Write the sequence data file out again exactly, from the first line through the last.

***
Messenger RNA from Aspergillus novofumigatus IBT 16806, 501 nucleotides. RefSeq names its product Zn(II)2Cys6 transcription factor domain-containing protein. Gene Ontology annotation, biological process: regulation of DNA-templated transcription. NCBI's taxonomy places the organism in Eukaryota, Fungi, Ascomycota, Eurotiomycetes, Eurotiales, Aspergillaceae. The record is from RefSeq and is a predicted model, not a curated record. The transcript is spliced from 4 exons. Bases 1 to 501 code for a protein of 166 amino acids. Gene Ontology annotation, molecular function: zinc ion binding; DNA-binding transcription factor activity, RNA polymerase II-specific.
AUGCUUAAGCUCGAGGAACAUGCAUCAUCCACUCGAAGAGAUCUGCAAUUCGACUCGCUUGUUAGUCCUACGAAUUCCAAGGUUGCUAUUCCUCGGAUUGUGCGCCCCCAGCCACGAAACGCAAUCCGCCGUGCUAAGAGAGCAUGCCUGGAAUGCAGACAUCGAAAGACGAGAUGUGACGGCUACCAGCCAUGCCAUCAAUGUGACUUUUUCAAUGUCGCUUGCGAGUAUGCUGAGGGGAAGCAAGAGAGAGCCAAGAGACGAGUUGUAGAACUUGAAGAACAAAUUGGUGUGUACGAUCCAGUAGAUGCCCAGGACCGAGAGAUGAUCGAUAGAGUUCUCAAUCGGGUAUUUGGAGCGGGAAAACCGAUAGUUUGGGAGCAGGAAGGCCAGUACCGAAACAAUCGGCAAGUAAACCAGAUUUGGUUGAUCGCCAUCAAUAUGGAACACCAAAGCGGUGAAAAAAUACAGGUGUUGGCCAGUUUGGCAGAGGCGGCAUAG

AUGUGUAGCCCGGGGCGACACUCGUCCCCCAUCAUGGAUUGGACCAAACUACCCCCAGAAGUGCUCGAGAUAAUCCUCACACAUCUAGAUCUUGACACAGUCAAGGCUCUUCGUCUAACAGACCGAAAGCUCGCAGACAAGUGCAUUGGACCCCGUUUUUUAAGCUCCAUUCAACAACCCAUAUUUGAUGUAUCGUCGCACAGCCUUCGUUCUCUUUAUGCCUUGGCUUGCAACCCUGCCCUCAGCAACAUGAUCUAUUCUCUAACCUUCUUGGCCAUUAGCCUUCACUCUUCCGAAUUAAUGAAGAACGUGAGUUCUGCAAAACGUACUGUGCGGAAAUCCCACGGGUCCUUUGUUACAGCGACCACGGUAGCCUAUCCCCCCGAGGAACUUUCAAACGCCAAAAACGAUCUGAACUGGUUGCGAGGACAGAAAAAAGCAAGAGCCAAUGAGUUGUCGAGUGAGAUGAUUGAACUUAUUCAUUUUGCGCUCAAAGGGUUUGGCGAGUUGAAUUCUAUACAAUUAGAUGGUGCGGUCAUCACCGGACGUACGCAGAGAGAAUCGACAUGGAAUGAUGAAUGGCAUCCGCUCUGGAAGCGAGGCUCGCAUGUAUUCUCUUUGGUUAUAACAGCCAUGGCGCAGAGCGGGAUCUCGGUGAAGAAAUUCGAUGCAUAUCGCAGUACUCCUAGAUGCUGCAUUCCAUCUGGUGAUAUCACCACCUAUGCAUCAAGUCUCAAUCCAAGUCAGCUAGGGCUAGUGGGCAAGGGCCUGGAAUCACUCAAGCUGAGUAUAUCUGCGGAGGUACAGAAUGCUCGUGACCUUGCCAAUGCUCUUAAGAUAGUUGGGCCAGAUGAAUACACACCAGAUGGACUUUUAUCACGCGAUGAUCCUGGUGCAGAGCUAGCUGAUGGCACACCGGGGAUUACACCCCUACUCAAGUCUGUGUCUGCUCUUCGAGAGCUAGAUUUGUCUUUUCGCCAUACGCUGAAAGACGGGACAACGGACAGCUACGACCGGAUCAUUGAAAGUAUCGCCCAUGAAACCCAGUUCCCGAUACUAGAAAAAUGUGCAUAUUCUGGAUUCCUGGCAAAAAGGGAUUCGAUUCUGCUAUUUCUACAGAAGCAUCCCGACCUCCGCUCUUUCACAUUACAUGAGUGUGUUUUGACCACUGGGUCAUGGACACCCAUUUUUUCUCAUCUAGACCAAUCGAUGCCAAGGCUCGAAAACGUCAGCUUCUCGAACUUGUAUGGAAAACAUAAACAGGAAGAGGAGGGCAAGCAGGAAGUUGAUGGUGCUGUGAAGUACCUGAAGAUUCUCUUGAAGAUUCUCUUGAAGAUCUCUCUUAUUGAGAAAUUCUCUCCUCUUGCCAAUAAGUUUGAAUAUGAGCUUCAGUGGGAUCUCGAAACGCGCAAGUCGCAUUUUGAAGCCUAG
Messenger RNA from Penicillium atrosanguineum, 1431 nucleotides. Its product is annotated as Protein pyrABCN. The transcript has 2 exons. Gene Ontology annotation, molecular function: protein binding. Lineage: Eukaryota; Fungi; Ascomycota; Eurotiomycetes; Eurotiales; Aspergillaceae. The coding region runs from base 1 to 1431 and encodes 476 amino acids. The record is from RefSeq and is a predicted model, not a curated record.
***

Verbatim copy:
Messenger RNA from Aspergillus novofumigatus IBT 16806, 501 nucleotides. RefSeq names its product Zn(II)2Cys6 transcription factor domain-containing protein. Gene Ontology annotation, biological process: regulation of DNA-templated transcription. NCBI's taxonomy places the organism in Eukaryota, Fungi, Ascomycota, Eurotiomycetes, Eurotiales, Aspergillaceae. The record is from RefSeq and is a predicted model, not a curated record. The transcript is spliced from 4 exons. Bases 1 to 501 code for a protein of 166 amino acids. Gene Ontology annotation, molecular function: zinc ion binding; DNA-binding transcription factor activity, RNA polymerase II-specific.
AUGCUUAAGCUCGAGGAACAUGCAUCAUCCACUCGAAGAGAUCUGCAAUUCGACUCGCUUGUUAGUCCUACGAAUUCCAAGGUUGCUAUUCCUCGGAUUGUGCGCCCCCAGCCACGAAACGCAAUCCGCCGUGCUAAGAGAGCAUGCCUGGAAUGCAGACAUCGAAAGACGAGAUGUGACGGCUACCAGCCAUGCCAUCAAUGUGACUUUUUCAAUGUCGCUUGCGAGUAUGCUGAGGGGAAGCAAGAGAGAGCCAAGAGACGAGUUGUAGAACUUGAAGAACAAAUUGGUGUGUACGAUCCAGUAGAUGCCCAGGACCGAGAGAUGAUCGAUAGAGUUCUCAAUCGGGUAUUUGGAGCGGGAAAACCGAUAGUUUGGGAGCAGGAAGGCCAGUACCGAAACAAUCGGCAAGUAAACCAGAUUUGGUUGAUCGCCAUCAAUAUGGAACACCAAAGCGGUGAAAAAAUACAGGUGUUGGCCAGUUUGGCAGAGGCGGCAUAG

AUGUGUAGCCCGGGGCGACACUCGUCCCCCAUCAUGGAUUGGACCAAACUACCCCCAGAAGUGCUCGAGAUAAUCCUCACACAUCUAGAUCUUGACACAGUCAAGGCUCUUCGUCUAACAGACCGAAAGCUCGCAGACAAGUGCAUUGGACCCCGUUUUUUAAGCUCCAUUCAACAACCCAUAUUUGAUGUAUCGUCGCACAGCCUUCGUUCUCUUUAUGCCUUGGCUUGCAACCCUGCCCUCAGCAACAUGAUCUAUUCUCUAACCUUCUUGGCCAUUAGCCUUCACUCUUCCGAAUUAAUGAAGAACGUGAGUUCUGCAAAACGUACUGUGCGGAAAUCCCACGGGUCCUUUGUUACAGCGACCACGGUAGCCUAUCCCCCCGAGGAACUUUCAAACGCCAAAAACGAUCUGAACUGGUUGCGAGGACAGAAAAAAGCAAGAGCCAAUGAGUUGUCGAGUGAGAUGAUUGAACUUAUUCAUUUUGCGCUCAAAGGGUUUGGCGAGUUGAAUUCUAUACAAUUAGAUGGUGCGGUCAUCACCGGACGUACGCAGAGAGAAUCGACAUGGAAUGAUGAAUGGCAUCCGCUCUGGAAGCGAGGCUCGCAUGUAUUCUCUUUGGUUAUAACAGCCAUGGCGCAGAGCGGGAUCUCGGUGAAGAAAUUCGAUGCAUAUCGCAGUACUCCUAGAUGCUGCAUUCCAUCUGGUGAUAUCACCACCUAUGCAUCAAGUCUCAAUCCAAGUCAGCUAGGGCUAGUGGGCAAGGGCCUGGAAUCACUCAAGCUGAGUAUAUCUGCGGAGGUACAGAAUGCUCGUGACCUUGCCAAUGCUCUUAAGAUAGUUGGGCCAGAUGAAUACACACCAGAUGGACUUUUAUCACGCGAUGAUCCUGGUGCAGAGCUAGCUGAUGGCACACCGGGGAUUACACCCCUACUCAAGUCUGUGUCUGCUCUUCGAGAGCUAGAUUUGUCUUUUCGCCAUACGCUGAAAGACGGGACAACGGACAGCUACGACCGGAUCAUUGAAAGUAUCGCCCAUGAAACCCAGUUCCCGAUACUAGAAAAAUGUGCAUAUUCUGGAUUCCUGGCAAAAAGGGAUUCGAUUCUGCUAUUUCUACAGAAGCAUCCCGACCUCCGCUCUUUCACAUUACAUGAGUGUGUUUUGACCACUGGGUCAUGGACACCCAUUUUUUCUCAUCUAGACCAAUCGAUGCCAAGGCUCGAAAACGUCAGCUUCUCGAACUUGUAUGGAAAACAUAAACAGGAAGAGGAGGGCAAGCAGGAAGUUGAUGGUGCUGUGAAGUACCUGAAGAUUCUCUUGAAGAUUCUCUUGAAGAUCUCUCUUAUUGAGAAAUUCUCUCCUCUUGCCAAUAAGUUUGAAUAUGAGCUUCAGUGGGAUCUCGAAACGCGCAAGUCGCAUUUUGAAGCCUAG
Messenger RNA from Penicillium atrosanguineum, 1431 nucleotides. Its product is annotated as Protein pyrABCN. The transcript has 2 exons. Gene Ontology annotation, molecular function: protein binding. Lineage: Eukaryota; Fungi; Ascomycota; Eurotiomycetes; Eurotiales; Aspergillaceae. The coding region runs from base 1 to 1431 and encodes 476 amino acids. The record is from RefSeq and is a predicted model, not a curated record.